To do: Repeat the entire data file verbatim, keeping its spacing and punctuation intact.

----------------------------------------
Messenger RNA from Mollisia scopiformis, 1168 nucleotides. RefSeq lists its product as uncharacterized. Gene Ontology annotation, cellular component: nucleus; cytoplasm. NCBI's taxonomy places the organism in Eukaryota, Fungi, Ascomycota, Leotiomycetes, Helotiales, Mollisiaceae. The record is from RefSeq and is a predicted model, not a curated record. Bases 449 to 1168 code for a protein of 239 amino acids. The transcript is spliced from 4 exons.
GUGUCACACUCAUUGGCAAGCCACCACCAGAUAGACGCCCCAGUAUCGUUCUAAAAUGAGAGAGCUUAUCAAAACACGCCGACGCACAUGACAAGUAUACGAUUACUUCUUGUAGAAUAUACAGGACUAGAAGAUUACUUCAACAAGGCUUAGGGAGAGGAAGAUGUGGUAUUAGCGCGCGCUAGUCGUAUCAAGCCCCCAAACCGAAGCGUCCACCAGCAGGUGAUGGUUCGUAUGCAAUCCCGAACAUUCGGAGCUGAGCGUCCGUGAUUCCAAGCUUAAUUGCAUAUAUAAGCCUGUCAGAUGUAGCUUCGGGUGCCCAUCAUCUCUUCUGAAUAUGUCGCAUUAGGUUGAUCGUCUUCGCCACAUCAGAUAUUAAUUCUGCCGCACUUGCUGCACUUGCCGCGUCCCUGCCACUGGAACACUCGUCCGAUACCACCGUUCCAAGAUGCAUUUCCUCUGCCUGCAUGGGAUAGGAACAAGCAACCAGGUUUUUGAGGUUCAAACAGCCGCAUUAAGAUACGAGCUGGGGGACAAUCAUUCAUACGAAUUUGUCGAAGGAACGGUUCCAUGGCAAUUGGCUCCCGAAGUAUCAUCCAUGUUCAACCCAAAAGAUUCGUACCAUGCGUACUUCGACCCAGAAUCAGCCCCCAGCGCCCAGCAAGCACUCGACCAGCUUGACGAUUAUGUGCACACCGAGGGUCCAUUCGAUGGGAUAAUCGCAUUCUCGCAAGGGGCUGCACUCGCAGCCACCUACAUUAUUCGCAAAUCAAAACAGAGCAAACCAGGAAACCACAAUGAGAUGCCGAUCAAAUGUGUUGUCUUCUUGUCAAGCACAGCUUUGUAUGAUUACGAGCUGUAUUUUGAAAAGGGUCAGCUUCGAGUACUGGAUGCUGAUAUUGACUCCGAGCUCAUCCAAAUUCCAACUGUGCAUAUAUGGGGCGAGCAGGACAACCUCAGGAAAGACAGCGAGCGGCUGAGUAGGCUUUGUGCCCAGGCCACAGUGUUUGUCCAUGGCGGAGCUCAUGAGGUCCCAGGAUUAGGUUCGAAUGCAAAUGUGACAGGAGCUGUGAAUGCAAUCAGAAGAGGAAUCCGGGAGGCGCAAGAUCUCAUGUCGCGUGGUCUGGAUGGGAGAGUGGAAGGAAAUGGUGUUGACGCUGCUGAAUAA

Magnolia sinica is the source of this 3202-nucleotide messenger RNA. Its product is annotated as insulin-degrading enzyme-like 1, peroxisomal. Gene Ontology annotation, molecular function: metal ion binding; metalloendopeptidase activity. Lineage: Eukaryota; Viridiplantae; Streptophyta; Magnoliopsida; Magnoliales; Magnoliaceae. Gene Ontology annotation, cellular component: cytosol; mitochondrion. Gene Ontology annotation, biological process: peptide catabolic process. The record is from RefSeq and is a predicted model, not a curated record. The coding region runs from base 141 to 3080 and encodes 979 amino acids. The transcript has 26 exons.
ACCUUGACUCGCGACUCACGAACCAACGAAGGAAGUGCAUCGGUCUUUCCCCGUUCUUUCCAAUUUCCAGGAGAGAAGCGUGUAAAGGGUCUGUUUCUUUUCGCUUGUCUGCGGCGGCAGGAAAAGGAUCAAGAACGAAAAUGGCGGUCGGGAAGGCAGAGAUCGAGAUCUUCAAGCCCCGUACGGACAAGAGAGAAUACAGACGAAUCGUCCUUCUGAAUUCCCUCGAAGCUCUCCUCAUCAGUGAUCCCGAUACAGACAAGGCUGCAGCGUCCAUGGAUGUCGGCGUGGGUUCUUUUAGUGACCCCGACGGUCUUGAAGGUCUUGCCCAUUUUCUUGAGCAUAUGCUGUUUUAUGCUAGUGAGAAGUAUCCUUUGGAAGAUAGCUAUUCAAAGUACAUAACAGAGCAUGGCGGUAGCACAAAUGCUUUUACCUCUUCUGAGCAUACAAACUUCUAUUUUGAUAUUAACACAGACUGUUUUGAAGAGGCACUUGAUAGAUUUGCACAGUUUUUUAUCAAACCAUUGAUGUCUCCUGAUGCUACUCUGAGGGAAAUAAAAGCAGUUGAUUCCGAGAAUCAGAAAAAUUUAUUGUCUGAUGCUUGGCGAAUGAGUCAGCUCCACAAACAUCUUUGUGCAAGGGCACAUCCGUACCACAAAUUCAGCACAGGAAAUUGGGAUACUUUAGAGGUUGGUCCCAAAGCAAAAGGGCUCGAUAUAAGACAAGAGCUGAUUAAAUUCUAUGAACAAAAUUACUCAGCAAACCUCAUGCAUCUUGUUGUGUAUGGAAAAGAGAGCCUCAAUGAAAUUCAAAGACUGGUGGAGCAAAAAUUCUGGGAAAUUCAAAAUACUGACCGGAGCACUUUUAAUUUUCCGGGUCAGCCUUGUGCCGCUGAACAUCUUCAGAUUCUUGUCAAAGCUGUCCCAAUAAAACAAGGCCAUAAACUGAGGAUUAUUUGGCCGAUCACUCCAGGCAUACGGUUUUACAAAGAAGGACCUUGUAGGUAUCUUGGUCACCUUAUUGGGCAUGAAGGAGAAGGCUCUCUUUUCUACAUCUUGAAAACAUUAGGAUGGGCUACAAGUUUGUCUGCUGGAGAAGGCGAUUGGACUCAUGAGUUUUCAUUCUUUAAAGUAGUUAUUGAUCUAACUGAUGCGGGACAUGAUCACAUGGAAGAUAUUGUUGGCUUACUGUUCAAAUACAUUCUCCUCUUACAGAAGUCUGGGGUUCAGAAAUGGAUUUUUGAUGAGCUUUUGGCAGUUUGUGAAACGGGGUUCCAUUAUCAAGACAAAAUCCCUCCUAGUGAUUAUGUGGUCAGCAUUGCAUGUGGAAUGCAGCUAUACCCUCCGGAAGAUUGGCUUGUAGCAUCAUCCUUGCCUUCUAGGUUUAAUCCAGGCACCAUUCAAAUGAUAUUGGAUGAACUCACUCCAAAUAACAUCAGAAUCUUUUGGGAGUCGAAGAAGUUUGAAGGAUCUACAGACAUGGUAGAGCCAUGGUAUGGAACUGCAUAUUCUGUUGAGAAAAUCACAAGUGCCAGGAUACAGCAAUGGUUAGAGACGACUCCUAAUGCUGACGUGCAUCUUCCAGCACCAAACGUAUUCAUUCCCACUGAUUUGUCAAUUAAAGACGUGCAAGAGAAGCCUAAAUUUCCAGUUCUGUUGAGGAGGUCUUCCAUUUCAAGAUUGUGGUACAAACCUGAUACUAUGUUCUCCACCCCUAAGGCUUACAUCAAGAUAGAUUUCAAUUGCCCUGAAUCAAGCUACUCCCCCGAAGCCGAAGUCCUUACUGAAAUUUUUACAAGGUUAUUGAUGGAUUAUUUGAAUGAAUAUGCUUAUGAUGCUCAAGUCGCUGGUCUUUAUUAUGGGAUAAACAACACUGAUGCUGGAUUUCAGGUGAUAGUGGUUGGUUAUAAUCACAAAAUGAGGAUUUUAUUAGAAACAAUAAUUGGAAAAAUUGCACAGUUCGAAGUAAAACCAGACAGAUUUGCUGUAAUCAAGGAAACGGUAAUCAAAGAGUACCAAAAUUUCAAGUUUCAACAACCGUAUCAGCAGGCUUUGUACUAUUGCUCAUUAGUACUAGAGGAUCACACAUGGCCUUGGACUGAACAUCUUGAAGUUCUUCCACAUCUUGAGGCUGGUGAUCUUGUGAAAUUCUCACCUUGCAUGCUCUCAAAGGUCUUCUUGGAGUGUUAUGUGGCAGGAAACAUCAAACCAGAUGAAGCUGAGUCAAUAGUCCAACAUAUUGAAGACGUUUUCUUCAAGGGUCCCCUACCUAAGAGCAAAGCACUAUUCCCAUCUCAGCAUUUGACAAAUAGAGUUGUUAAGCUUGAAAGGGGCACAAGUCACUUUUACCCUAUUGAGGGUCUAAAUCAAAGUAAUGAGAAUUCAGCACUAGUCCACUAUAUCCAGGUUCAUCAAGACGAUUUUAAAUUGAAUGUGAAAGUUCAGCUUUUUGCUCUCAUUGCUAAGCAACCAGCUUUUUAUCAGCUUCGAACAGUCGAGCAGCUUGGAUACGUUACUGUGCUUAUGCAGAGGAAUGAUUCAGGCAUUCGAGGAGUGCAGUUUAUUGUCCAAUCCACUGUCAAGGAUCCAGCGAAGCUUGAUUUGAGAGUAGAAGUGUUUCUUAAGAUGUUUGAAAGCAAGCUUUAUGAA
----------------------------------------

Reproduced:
Messenger RNA from Mollisia scopiformis, 1168 nucleotides. RefSeq lists its product as uncharacterized. Gene Ontology annotation, cellular component: nucleus; cytoplasm. NCBI's taxonomy places the organism in Eukaryota, Fungi, Ascomycota, Leotiomycetes, Helotiales, Mollisiaceae. The record is from RefSeq and is a predicted model, not a curated record. Bases 449 to 1168 code for a protein of 239 amino acids. The transcript is spliced from 4 exons.
GUGUCACACUCAUUGGCAAGCCACCACCAGAUAGACGCCCCAGUAUCGUUCUAAAAUGAGAGAGCUUAUCAAAACACGCCGACGCACAUGACAAGUAUACGAUUACUUCUUGUAGAAUAUACAGGACUAGAAGAUUACUUCAACAAGGCUUAGGGAGAGGAAGAUGUGGUAUUAGCGCGCGCUAGUCGUAUCAAGCCCCCAAACCGAAGCGUCCACCAGCAGGUGAUGGUUCGUAUGCAAUCCCGAACAUUCGGAGCUGAGCGUCCGUGAUUCCAAGCUUAAUUGCAUAUAUAAGCCUGUCAGAUGUAGCUUCGGGUGCCCAUCAUCUCUUCUGAAUAUGUCGCAUUAGGUUGAUCGUCUUCGCCACAUCAGAUAUUAAUUCUGCCGCACUUGCUGCACUUGCCGCGUCCCUGCCACUGGAACACUCGUCCGAUACCACCGUUCCAAGAUGCAUUUCCUCUGCCUGCAUGGGAUAGGAACAAGCAACCAGGUUUUUGAGGUUCAAACAGCCGCAUUAAGAUACGAGCUGGGGGACAAUCAUUCAUACGAAUUUGUCGAAGGAACGGUUCCAUGGCAAUUGGCUCCCGAAGUAUCAUCCAUGUUCAACCCAAAAGAUUCGUACCAUGCGUACUUCGACCCAGAAUCAGCCCCCAGCGCCCAGCAAGCACUCGACCAGCUUGACGAUUAUGUGCACACCGAGGGUCCAUUCGAUGGGAUAAUCGCAUUCUCGCAAGGGGCUGCACUCGCAGCCACCUACAUUAUUCGCAAAUCAAAACAGAGCAAACCAGGAAACCACAAUGAGAUGCCGAUCAAAUGUGUUGUCUUCUUGUCAAGCACAGCUUUGUAUGAUUACGAGCUGUAUUUUGAAAAGGGUCAGCUUCGAGUACUGGAUGCUGAUAUUGACUCCGAGCUCAUCCAAAUUCCAACUGUGCAUAUAUGGGGCGAGCAGGACAACCUCAGGAAAGACAGCGAGCGGCUGAGUAGGCUUUGUGCCCAGGCCACAGUGUUUGUCCAUGGCGGAGCUCAUGAGGUCCCAGGAUUAGGUUCGAAUGCAAAUGUGACAGGAGCUGUGAAUGCAAUCAGAAGAGGAAUCCGGGAGGCGCAAGAUCUCAUGUCGCGUGGUCUGGAUGGGAGAGUGGAAGGAAAUGGUGUUGACGCUGCUGAAUAA

Magnolia sinica is the source of this 3202-nucleotide messenger RNA. Its product is annotated as insulin-degrading enzyme-like 1, peroxisomal. Gene Ontology annotation, molecular function: metal ion binding; metalloendopeptidase activity. Lineage: Eukaryota; Viridiplantae; Streptophyta; Magnoliopsida; Magnoliales; Magnoliaceae. Gene Ontology annotation, cellular component: cytosol; mitochondrion. Gene Ontology annotation, biological process: peptide catabolic process. The record is from RefSeq and is a predicted model, not a curated record. The coding region runs from base 141 to 3080 and encodes 979 amino acids. The transcript has 26 exons.
ACCUUGACUCGCGACUCACGAACCAACGAAGGAAGUGCAUCGGUCUUUCCCCGUUCUUUCCAAUUUCCAGGAGAGAAGCGUGUAAAGGGUCUGUUUCUUUUCGCUUGUCUGCGGCGGCAGGAAAAGGAUCAAGAACGAAAAUGGCGGUCGGGAAGGCAGAGAUCGAGAUCUUCAAGCCCCGUACGGACAAGAGAGAAUACAGACGAAUCGUCCUUCUGAAUUCCCUCGAAGCUCUCCUCAUCAGUGAUCCCGAUACAGACAAGGCUGCAGCGUCCAUGGAUGUCGGCGUGGGUUCUUUUAGUGACCCCGACGGUCUUGAAGGUCUUGCCCAUUUUCUUGAGCAUAUGCUGUUUUAUGCUAGUGAGAAGUAUCCUUUGGAAGAUAGCUAUUCAAAGUACAUAACAGAGCAUGGCGGUAGCACAAAUGCUUUUACCUCUUCUGAGCAUACAAACUUCUAUUUUGAUAUUAACACAGACUGUUUUGAAGAGGCACUUGAUAGAUUUGCACAGUUUUUUAUCAAACCAUUGAUGUCUCCUGAUGCUACUCUGAGGGAAAUAAAAGCAGUUGAUUCCGAGAAUCAGAAAAAUUUAUUGUCUGAUGCUUGGCGAAUGAGUCAGCUCCACAAACAUCUUUGUGCAAGGGCACAUCCGUACCACAAAUUCAGCACAGGAAAUUGGGAUACUUUAGAGGUUGGUCCCAAAGCAAAAGGGCUCGAUAUAAGACAAGAGCUGAUUAAAUUCUAUGAACAAAAUUACUCAGCAAACCUCAUGCAUCUUGUUGUGUAUGGAAAAGAGAGCCUCAAUGAAAUUCAAAGACUGGUGGAGCAAAAAUUCUGGGAAAUUCAAAAUACUGACCGGAGCACUUUUAAUUUUCCGGGUCAGCCUUGUGCCGCUGAACAUCUUCAGAUUCUUGUCAAAGCUGUCCCAAUAAAACAAGGCCAUAAACUGAGGAUUAUUUGGCCGAUCACUCCAGGCAUACGGUUUUACAAAGAAGGACCUUGUAGGUAUCUUGGUCACCUUAUUGGGCAUGAAGGAGAAGGCUCUCUUUUCUACAUCUUGAAAACAUUAGGAUGGGCUACAAGUUUGUCUGCUGGAGAAGGCGAUUGGACUCAUGAGUUUUCAUUCUUUAAAGUAGUUAUUGAUCUAACUGAUGCGGGACAUGAUCACAUGGAAGAUAUUGUUGGCUUACUGUUCAAAUACAUUCUCCUCUUACAGAAGUCUGGGGUUCAGAAAUGGAUUUUUGAUGAGCUUUUGGCAGUUUGUGAAACGGGGUUCCAUUAUCAAGACAAAAUCCCUCCUAGUGAUUAUGUGGUCAGCAUUGCAUGUGGAAUGCAGCUAUACCCUCCGGAAGAUUGGCUUGUAGCAUCAUCCUUGCCUUCUAGGUUUAAUCCAGGCACCAUUCAAAUGAUAUUGGAUGAACUCACUCCAAAUAACAUCAGAAUCUUUUGGGAGUCGAAGAAGUUUGAAGGAUCUACAGACAUGGUAGAGCCAUGGUAUGGAACUGCAUAUUCUGUUGAGAAAAUCACAAGUGCCAGGAUACAGCAAUGGUUAGAGACGACUCCUAAUGCUGACGUGCAUCUUCCAGCACCAAACGUAUUCAUUCCCACUGAUUUGUCAAUUAAAGACGUGCAAGAGAAGCCUAAAUUUCCAGUUCUGUUGAGGAGGUCUUCCAUUUCAAGAUUGUGGUACAAACCUGAUACUAUGUUCUCCACCCCUAAGGCUUACAUCAAGAUAGAUUUCAAUUGCCCUGAAUCAAGCUACUCCCCCGAAGCCGAAGUCCUUACUGAAAUUUUUACAAGGUUAUUGAUGGAUUAUUUGAAUGAAUAUGCUUAUGAUGCUCAAGUCGCUGGUCUUUAUUAUGGGAUAAACAACACUGAUGCUGGAUUUCAGGUGAUAGUGGUUGGUUAUAAUCACAAAAUGAGGAUUUUAUUAGAAACAAUAAUUGGAAAAAUUGCACAGUUCGAAGUAAAACCAGACAGAUUUGCUGUAAUCAAGGAAACGGUAAUCAAAGAGUACCAAAAUUUCAAGUUUCAACAACCGUAUCAGCAGGCUUUGUACUAUUGCUCAUUAGUACUAGAGGAUCACACAUGGCCUUGGACUGAACAUCUUGAAGUUCUUCCACAUCUUGAGGCUGGUGAUCUUGUGAAAUUCUCACCUUGCAUGCUCUCAAAGGUCUUCUUGGAGUGUUAUGUGGCAGGAAACAUCAAACCAGAUGAAGCUGAGUCAAUAGUCCAACAUAUUGAAGACGUUUUCUUCAAGGGUCCCCUACCUAAGAGCAAAGCACUAUUCCCAUCUCAGCAUUUGACAAAUAGAGUUGUUAAGCUUGAAAGGGGCACAAGUCACUUUUACCCUAUUGAGGGUCUAAAUCAAAGUAAUGAGAAUUCAGCACUAGUCCACUAUAUCCAGGUUCAUCAAGACGAUUUUAAAUUGAAUGUGAAAGUUCAGCUUUUUGCUCUCAUUGCUAAGCAACCAGCUUUUUAUCAGCUUCGAACAGUCGAGCAGCUUGGAUACGUUACUGUGCUUAUGCAGAGGAAUGAUUCAGGCAUUCGAGGAGUGCAGUUUAUUGUCCAAUCCACUGUCAAGGAUCCAGCGAAGCUUGAUUUGAGAGUAGAAGUGUUUCUUAAGAUGUUUGAAAGCAAGCUUUAUGAA